Kathleen Stewart’s “Ordinary Affects” is an Extraordinary Book

978-0-8223-4107-9-frontcoverWritten by anthropologist Kathleen Stewart and published by Duke University Press, Ordinary Affects may seem, at first glance, unremarkable and perhaps even pretentious, just another academic text published by an academic press. But Ordinary Affects, a collection of more than 100 vignettes and observations of “ordinary” American life, quietly unpacks the everyday occurrences and relations that constitute this “ordinary” in ways that are unsettling and profound. If Ordinary Affects were a work of fiction I would greatly admire it. That it is not fiction makes me obsessed with it.

Though Stewart (who refers to herself as “she” and “her” in the text rather than “I” or “me”) is present in many of the vignettes, one does not get the sense that she sees herself as a stand-in for the Everyman (or “Everywoman”) of contemporary American life. She is a woman, she is white, and she is an anthropologist. Her observations are necessarily filtered through these lenses, however, the majority of the stories collected in this work are not really about her, per se–some are about people she knows or has spoken to–an ice fisherman  or a Vietnam vet or a homeless person whose friend was struck by a train, some concern stories she has seen in the news, handwritten signs, towns she has visited, experiences remembered and relayed to her by friends and family. There are deaths, violent crimes, injustices, accidents, yard sales and traffic jams, domestic disputes and grocery stores, acts of protest and (American) dreams. Within small fragments of text bearing headings like “Dryer Sheets”,  “The TV Repairman”, and “Suburban Apocalypticism”, Stewart gently and relentlessly pursues the ordinary, revealing it as trembling with potential, multi-faceted, twining and entwined. One senses there is more there, blurry and difficult to pin down.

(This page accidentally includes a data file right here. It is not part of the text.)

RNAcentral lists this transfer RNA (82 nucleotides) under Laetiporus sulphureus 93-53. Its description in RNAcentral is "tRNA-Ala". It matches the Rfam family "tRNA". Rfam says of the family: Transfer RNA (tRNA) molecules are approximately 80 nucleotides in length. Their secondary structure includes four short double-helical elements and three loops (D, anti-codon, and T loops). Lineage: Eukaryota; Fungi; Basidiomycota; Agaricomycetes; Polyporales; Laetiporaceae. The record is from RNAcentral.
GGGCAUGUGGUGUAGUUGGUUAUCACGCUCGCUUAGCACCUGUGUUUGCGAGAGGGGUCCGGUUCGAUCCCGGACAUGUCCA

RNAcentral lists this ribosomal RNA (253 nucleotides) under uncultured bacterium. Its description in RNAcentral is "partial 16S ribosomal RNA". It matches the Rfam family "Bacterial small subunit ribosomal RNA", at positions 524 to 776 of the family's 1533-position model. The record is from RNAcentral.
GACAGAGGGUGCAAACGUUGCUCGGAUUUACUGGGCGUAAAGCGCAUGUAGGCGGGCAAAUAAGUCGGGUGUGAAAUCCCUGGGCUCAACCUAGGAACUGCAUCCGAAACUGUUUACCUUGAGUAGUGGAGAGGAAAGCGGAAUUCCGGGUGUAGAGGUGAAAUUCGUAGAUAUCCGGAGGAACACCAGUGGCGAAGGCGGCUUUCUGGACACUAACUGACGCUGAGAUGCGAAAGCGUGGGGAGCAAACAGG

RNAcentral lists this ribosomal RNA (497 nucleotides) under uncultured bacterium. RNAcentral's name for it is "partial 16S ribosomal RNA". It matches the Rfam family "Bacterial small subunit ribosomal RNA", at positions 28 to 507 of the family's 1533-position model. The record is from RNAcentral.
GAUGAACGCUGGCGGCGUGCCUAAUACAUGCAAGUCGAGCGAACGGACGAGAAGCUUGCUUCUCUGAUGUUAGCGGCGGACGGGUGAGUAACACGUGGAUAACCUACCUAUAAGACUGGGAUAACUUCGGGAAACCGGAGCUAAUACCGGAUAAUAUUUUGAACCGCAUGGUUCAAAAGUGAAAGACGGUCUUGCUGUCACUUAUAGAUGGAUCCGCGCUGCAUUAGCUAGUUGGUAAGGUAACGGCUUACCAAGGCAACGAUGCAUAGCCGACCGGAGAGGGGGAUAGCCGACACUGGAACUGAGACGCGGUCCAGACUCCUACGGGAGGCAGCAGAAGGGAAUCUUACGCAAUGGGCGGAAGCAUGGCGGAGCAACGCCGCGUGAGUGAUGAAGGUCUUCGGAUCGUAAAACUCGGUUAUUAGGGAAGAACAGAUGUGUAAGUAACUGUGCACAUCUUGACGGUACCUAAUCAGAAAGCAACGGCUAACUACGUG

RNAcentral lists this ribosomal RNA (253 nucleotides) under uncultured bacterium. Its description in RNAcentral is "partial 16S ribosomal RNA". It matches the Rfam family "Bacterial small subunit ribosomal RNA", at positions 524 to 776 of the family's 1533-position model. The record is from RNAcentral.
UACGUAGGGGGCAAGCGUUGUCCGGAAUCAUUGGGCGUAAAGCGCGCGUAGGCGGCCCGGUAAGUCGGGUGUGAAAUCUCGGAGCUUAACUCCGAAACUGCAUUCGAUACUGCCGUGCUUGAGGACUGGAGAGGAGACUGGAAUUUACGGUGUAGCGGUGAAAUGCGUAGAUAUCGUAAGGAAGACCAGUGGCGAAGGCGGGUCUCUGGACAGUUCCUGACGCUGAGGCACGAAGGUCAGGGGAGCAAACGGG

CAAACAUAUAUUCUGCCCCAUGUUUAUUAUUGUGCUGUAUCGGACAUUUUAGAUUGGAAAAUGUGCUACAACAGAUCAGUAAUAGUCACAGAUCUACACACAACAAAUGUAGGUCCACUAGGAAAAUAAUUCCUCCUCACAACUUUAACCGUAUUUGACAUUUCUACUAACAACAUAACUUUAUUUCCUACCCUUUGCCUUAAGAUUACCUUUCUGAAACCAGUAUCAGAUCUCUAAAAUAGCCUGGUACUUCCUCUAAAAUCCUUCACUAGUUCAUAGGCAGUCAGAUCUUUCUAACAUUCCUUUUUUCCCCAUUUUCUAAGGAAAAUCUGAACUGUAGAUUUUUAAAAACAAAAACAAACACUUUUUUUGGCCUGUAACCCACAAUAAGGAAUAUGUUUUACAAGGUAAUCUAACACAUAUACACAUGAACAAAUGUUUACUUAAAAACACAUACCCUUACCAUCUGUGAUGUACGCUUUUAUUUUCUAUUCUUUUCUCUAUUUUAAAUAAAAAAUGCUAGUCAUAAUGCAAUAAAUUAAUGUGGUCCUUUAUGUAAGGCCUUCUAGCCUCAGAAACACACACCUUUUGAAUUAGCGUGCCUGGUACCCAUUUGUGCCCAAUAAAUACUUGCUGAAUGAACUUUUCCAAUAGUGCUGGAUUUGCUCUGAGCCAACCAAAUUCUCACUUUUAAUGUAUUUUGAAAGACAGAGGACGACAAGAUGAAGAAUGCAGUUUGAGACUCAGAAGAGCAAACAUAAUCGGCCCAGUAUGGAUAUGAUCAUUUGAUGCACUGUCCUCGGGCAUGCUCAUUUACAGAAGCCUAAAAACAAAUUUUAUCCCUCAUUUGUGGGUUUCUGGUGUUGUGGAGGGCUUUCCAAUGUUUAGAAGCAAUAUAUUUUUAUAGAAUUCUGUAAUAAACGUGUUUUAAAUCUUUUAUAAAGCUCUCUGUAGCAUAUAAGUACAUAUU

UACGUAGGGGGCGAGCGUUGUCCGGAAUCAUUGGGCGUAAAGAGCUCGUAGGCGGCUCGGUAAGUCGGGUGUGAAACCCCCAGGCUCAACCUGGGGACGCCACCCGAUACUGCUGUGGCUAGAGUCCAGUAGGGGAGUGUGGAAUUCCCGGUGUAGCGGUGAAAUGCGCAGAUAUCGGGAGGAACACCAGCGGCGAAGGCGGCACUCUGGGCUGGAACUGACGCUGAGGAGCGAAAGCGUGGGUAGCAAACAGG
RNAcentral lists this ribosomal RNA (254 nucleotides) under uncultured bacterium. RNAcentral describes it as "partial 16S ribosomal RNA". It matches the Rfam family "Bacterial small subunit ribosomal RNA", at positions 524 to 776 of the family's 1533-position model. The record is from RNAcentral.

“The ordinary” Stewart writes, “is a moving target. Not first something to make sense of, but a sense of sensations that incite. The possibility that something will snap into sense or drift by untapped” (93). Many of Stewart’s vignettes involve those moments where that something does indeed “snap into sense”, if only for a moment, a flash of recognition, of a happening, that soon dissolves back into the shuffling and shifting landscape of everyday life. In a segment called “Pipe Dreams” (98), a group of striking miners waiting in a West Virginia health clinic have realized that their strike has failed. One of them begins to fantasize about looting the governor’s mansion–“Power grows palpable in the image of high brick walls that can be breached by a potent, collective, working-class masculinity.” A something fills the room, then is gone.

As a student in an anthropology class, Ordinary Affects (written in a lyrical prose reminiscent of the way French poet Francis Ponge wrote about objects), is a refreshing addition to the more dry theoretical texts that often dominate the curriculum. As a writer, this book is an absolute gift.

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